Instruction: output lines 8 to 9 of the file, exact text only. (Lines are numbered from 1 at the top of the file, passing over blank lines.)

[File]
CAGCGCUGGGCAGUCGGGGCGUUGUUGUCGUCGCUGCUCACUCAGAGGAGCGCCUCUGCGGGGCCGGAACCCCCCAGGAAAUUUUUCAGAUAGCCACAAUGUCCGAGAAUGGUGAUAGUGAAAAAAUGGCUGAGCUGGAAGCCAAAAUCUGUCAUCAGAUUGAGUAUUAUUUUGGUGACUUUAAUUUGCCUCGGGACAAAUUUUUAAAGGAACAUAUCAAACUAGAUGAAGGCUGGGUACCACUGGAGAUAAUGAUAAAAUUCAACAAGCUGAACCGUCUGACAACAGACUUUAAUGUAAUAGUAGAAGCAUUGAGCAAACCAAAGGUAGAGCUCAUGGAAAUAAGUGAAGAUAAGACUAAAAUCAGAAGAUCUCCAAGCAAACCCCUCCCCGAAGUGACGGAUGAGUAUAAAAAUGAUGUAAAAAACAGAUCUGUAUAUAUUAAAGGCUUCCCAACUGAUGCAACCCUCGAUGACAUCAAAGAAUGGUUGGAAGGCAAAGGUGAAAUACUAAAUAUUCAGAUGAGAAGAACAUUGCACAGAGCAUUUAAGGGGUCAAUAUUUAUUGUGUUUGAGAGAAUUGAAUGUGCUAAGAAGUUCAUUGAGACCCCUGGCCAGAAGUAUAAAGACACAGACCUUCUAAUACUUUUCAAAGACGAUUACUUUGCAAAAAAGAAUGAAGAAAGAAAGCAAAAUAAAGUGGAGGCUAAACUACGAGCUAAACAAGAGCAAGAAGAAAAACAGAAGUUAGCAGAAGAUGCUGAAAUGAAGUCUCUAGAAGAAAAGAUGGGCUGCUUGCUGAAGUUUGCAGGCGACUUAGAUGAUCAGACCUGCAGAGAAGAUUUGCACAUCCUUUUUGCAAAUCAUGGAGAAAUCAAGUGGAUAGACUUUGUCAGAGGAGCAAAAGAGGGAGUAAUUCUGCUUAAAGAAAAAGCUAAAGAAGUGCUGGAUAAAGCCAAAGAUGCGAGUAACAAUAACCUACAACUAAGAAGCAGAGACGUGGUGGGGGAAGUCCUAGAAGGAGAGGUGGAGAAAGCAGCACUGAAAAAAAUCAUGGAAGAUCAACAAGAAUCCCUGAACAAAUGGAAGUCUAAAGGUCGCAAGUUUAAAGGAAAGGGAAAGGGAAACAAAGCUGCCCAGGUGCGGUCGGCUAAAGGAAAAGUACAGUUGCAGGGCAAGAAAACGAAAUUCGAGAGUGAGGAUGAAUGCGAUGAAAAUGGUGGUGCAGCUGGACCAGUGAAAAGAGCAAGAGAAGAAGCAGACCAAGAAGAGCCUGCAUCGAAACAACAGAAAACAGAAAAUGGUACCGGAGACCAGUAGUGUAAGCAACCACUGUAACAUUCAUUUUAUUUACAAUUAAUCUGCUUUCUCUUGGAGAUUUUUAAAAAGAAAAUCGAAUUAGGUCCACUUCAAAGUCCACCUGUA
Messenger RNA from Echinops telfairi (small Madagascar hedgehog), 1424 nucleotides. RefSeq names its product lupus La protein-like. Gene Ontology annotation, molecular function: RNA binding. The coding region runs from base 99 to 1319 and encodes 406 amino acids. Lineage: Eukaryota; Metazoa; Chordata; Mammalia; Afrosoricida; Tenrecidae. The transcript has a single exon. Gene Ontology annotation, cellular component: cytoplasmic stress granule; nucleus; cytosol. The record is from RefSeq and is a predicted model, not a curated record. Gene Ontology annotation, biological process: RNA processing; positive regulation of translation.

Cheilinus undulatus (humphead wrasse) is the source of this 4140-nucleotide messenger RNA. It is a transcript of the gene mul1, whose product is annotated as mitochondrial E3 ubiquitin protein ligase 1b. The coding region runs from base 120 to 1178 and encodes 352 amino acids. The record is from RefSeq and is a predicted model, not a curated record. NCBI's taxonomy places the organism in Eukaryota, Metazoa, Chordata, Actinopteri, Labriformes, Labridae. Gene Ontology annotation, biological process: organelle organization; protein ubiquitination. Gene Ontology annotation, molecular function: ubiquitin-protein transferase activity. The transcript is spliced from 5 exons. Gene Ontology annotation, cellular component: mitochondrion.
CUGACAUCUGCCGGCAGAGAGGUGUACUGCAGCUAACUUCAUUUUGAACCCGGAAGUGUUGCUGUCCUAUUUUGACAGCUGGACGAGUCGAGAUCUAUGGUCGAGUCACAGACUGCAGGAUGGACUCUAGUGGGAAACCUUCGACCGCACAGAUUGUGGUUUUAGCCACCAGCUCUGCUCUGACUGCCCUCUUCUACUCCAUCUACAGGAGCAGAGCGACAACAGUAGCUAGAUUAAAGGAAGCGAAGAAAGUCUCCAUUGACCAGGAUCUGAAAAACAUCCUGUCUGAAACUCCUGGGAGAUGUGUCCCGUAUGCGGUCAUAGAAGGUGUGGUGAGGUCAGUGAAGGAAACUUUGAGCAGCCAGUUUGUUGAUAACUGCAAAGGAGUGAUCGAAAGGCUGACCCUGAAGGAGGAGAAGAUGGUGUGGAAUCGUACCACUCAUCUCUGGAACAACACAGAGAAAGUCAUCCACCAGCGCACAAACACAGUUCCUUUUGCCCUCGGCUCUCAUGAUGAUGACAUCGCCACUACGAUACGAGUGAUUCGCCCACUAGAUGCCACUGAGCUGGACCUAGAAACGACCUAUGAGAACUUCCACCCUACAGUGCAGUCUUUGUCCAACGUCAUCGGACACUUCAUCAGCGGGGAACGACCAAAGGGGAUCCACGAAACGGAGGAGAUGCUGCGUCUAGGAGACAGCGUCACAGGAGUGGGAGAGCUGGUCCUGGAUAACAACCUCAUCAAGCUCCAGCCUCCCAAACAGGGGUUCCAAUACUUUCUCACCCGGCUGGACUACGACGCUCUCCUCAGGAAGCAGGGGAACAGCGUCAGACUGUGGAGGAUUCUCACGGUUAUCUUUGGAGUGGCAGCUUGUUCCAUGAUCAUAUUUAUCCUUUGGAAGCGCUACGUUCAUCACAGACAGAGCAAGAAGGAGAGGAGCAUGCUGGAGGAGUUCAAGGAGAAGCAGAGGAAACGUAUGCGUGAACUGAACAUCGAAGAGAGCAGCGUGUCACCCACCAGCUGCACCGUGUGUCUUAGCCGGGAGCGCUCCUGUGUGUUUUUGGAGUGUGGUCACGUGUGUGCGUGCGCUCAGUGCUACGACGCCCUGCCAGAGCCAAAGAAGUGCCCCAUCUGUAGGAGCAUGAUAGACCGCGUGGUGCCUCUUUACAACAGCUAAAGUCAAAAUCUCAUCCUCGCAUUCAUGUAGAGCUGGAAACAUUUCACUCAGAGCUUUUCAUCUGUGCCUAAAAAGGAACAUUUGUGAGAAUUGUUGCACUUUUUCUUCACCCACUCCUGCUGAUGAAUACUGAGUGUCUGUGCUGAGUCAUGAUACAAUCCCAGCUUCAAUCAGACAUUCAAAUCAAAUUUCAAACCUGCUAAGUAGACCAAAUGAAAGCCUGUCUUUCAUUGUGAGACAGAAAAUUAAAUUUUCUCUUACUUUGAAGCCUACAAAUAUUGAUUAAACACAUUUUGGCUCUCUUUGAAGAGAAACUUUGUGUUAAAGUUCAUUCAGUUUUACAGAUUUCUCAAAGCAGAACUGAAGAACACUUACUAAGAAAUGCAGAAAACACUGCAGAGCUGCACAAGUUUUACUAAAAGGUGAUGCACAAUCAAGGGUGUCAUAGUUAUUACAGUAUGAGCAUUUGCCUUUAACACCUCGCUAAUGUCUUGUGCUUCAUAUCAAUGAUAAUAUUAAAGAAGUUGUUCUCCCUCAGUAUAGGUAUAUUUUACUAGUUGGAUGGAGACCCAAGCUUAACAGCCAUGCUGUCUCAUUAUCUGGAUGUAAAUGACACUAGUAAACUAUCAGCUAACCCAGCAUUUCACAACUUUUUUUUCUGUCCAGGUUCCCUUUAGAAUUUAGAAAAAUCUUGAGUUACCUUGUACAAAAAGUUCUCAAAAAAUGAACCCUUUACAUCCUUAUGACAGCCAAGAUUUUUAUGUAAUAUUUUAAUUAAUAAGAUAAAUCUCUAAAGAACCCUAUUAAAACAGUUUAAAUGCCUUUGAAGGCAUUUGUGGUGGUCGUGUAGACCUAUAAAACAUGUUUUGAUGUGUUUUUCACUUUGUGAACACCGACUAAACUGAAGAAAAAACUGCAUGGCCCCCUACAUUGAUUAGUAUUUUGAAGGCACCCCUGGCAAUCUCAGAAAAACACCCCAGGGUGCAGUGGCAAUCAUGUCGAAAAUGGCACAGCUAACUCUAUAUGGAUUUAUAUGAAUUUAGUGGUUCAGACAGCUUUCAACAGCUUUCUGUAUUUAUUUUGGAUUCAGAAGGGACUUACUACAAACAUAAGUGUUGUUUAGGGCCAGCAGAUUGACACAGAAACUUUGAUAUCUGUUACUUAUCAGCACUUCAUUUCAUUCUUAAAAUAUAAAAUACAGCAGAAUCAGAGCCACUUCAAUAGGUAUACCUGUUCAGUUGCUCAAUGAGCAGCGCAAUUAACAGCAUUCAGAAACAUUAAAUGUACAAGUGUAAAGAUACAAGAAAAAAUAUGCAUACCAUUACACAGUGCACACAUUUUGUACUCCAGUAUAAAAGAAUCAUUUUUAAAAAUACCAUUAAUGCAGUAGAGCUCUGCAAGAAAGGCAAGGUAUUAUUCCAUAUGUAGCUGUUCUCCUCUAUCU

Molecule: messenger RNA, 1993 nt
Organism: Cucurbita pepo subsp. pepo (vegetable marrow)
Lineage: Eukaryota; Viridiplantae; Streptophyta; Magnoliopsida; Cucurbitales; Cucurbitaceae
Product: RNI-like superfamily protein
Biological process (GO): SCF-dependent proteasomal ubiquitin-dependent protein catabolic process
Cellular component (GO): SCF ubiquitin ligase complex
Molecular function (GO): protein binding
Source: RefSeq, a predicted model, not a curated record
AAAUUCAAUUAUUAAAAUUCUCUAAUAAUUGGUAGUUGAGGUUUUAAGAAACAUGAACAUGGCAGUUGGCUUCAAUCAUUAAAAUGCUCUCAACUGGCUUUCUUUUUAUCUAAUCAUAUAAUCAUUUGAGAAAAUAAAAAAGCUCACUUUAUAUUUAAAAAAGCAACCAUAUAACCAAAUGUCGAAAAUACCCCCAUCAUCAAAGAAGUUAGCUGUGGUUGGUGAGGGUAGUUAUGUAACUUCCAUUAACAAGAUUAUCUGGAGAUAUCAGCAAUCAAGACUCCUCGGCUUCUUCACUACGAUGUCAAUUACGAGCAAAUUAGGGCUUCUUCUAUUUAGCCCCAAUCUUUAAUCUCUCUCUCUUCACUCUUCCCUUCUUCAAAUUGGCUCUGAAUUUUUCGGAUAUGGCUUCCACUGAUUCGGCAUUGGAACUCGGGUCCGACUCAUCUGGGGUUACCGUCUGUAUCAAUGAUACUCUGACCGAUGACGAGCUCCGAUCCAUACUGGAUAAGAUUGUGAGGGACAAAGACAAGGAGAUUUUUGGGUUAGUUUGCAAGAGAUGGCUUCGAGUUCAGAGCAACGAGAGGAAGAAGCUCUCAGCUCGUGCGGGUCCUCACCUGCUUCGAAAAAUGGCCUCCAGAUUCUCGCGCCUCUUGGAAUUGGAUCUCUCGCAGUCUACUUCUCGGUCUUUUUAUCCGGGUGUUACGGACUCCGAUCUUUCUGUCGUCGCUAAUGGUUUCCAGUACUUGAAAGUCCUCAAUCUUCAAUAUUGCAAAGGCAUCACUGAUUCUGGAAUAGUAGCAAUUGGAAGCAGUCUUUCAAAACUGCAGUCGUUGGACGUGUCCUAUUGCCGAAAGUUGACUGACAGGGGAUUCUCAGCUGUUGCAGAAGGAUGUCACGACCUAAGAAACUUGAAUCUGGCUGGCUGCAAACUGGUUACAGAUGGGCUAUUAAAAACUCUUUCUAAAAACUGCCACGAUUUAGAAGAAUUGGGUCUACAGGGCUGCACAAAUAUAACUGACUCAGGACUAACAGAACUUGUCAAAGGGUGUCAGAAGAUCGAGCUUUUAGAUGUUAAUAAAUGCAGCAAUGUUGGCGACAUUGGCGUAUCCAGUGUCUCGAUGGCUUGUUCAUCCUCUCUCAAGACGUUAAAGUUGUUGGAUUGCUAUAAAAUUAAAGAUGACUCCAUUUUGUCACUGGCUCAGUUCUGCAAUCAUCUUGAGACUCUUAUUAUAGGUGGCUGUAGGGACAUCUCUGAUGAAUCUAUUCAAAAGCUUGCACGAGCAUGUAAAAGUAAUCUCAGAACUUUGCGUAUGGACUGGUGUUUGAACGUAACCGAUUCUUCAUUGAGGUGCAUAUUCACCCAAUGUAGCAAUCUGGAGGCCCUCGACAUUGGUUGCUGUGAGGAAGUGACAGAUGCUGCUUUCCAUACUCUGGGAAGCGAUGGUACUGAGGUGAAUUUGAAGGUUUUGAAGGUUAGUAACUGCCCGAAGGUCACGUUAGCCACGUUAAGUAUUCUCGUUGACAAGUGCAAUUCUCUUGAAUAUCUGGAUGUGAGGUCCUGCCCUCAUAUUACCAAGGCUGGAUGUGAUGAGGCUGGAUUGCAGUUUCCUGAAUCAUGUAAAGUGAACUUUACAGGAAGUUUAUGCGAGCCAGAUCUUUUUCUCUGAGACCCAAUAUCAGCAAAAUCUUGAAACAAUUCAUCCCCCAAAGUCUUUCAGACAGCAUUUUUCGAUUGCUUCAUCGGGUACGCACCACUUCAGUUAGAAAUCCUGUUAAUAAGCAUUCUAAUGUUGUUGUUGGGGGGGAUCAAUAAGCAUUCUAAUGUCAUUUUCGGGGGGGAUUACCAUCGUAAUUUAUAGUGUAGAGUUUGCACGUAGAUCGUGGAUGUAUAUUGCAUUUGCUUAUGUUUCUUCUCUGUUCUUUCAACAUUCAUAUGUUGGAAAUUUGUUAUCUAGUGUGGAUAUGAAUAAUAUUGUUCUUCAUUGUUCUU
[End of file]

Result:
Product: RNI-like superfamily protein
Biological process (GO): SCF-dependent proteasomal ubiquitin-dependent protein catabolic process